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Say What, Jason Kenney?

Well, boys n girls, Jason Kenney, still feverishly defending 2011 Harpercon election promise of income splitting for wealthier families, now says that it will help “stable” families.

“All of the social research indicates that folks who come from stable families tend to do better in terms of their economic prospects, and income-splitting supports families who are investing in their kids,” the federal employment minister said.

On the surface, this may seem reasonable, but this is Jason Kenney, Socon darling of the Harpercons here. Also, he does not cite any particular study, but one has to assume it does not come from any experts, but rather, some socon outfit.  It is also a given that this income splitting scheme that was promised in 2011 only benefits a small margin of Canadians that even Jimbo Flaherty admitted while expressing misgivings of this undertaking.  86% of families would not benefit — not single parents,  families where both parents work nor even less affluent families with a single income.  We all knew this. However, after reading Jason Kenney’s blatherings in the Huffington Post last night, I’ve found his reasoning disturbing.

For openers, Jason, what in your warped world constitutes a “stable” family?  Only an affluent single income couple?  A single parent cannot be stable?  A family where both parents work cannot be stable? Or even a lower single income family cannot be stable? Is that it, Jason?  Furthermore, Jason, do these families, the majority, I just mentioned, not “invest” in their children? Presumably, same sex couples raising children would also not be beneficiaries. Again, Jason, are they not “stable” families?

By now, we all know that one Harpercon way is to go back to where the wimmin folk all are at home, barefoot and pregnant and that is about all they contribute to society.  Jason Kenney is parroting this.

He claims that ‘all kinds of families’ do benefit from his boss’s government, bragging about that 100$ per month child benefit.  Given that 100$ per month goes nowhere these days, what choices do most families really have? A national day care program is needed and if those Harpercons really cared about families, that is, all families and not a small percentage of them,  projects like that,  would be more helpful.  With a family that is struggling with stability, that is, struggling to meet their children’s basic needs, that 100$ per month really does not go far at all.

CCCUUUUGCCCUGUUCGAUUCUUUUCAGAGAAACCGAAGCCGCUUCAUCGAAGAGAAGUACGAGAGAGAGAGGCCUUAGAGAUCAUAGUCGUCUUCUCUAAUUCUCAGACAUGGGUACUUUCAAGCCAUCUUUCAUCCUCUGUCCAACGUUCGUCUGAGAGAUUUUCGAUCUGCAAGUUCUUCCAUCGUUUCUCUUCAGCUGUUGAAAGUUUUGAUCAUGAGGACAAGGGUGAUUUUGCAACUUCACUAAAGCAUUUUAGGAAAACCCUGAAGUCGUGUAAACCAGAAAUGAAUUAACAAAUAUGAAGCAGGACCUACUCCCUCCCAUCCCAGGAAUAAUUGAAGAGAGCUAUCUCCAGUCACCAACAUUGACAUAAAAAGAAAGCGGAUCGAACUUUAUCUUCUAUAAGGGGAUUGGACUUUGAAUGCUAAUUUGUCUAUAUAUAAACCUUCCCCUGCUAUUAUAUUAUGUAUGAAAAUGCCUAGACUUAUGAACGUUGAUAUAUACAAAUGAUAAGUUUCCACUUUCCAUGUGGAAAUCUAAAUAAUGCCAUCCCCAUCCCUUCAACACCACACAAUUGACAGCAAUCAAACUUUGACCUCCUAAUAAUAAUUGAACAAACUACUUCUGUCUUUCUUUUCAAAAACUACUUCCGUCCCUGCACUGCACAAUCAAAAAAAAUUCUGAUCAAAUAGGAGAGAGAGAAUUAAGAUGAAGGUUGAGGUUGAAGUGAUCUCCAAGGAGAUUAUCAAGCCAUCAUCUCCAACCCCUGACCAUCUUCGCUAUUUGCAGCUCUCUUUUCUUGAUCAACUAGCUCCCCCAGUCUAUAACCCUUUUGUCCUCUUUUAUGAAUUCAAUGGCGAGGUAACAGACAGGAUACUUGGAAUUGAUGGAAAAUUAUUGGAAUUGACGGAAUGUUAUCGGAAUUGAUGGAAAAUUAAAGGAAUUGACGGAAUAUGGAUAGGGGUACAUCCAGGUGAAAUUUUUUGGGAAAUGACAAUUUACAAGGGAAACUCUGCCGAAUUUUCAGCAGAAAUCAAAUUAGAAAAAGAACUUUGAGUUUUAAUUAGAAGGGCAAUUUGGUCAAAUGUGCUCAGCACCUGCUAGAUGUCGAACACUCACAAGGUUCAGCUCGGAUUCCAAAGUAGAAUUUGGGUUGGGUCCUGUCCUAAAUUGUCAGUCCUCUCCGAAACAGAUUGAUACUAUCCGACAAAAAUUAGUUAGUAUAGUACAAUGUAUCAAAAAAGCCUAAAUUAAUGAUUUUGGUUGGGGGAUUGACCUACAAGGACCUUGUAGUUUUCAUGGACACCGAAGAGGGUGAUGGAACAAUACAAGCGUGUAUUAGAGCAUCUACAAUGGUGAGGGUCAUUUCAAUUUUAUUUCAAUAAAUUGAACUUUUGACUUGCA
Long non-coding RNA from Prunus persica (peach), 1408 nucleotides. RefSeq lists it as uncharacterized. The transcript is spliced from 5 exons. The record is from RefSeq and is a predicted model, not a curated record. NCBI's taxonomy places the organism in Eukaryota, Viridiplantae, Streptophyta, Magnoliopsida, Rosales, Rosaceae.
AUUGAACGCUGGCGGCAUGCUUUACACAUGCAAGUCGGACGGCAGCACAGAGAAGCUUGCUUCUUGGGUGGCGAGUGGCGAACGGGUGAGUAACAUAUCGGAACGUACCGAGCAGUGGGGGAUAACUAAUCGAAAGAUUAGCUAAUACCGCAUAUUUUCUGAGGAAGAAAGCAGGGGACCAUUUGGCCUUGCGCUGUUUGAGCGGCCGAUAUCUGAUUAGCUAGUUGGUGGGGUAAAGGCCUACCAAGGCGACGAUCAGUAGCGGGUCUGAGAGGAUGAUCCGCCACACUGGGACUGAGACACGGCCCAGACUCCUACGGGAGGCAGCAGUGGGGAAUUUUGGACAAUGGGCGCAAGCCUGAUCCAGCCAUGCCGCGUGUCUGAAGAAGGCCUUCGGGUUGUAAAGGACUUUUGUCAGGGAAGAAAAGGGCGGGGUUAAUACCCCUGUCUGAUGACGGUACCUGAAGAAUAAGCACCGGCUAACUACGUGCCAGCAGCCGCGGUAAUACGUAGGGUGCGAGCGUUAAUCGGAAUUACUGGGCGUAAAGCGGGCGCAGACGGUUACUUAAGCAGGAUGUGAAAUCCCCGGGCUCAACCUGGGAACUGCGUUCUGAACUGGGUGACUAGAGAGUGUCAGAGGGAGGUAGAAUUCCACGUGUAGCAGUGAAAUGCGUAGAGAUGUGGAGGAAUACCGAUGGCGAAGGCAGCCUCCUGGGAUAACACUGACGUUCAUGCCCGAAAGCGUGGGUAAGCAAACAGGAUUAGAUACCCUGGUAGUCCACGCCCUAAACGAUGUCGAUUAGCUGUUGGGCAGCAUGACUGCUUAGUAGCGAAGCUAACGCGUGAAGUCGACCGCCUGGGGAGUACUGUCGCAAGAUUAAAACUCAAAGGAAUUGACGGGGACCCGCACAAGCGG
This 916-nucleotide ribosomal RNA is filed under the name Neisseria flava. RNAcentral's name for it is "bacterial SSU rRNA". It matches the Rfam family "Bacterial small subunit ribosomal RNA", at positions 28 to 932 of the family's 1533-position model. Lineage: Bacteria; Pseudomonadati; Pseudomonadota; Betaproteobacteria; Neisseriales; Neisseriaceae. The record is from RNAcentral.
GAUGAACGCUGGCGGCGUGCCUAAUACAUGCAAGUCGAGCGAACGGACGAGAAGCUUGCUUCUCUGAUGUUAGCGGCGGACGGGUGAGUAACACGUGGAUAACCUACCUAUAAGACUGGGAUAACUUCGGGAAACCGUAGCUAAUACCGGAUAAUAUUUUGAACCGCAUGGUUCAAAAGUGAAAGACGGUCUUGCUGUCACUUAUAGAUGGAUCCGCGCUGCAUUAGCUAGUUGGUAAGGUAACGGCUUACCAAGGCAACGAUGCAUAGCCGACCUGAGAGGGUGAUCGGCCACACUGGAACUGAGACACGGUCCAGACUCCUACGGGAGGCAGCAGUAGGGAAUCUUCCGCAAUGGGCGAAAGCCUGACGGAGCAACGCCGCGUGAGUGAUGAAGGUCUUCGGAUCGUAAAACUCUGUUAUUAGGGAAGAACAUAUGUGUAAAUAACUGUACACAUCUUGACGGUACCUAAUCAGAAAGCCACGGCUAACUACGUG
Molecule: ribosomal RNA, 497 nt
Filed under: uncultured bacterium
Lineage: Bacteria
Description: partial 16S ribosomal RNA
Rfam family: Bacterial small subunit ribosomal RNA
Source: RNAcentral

Another thing would be more money for low income housing. The reason most families struggle is the cost of housing, which for many, is half their monthly revenue.

“Everyone agrees that we want to give every kid the best possible opportunity in life and we should be supporting families who are making sacrifices to help their kids,” he said. “Income-splitting doesn’t benefit any particular family model; what it does is eliminate a form of unfairness.”

Again, Jason, don’t most families make sacrifices for their children? Or is it only affluent single income households?  Also, I think we’ve already established that your party’s income splitting scheme would not eliminate any form of unfairness.  Your colleague, Jimbo Flaherty, who really cannot be accused of being fair to average Canadians, said as much.  And yes, even right winged think tanks like the CD Howe group have come out swinging against it.

Stevie Spiteful is now on record as supporting this income splitting scheme, again.

While income splitting would benefit only a small percentage of families to the tune of 1,300$ tax credit, the rest of us would be left holding the 2.7 billion$ price tag.  Tell me, Jason, how is this “fair”?

2 comments to Say What, Jason Kenney?

  • My father lost his father when he was two. My wife’s father lost his father when he was twelve. There was a time when children grew up in one parent families, not because divorce intervened, but because death came early.

    Both our fathers grew up in single parent families — but they weren’t unstable. Kenny has limited life experience.

    ck Reply:

    I know, my mother lost her father at the age of 11 and my grandmother raised her all by herself, but she and my mom were far from unstable themselves.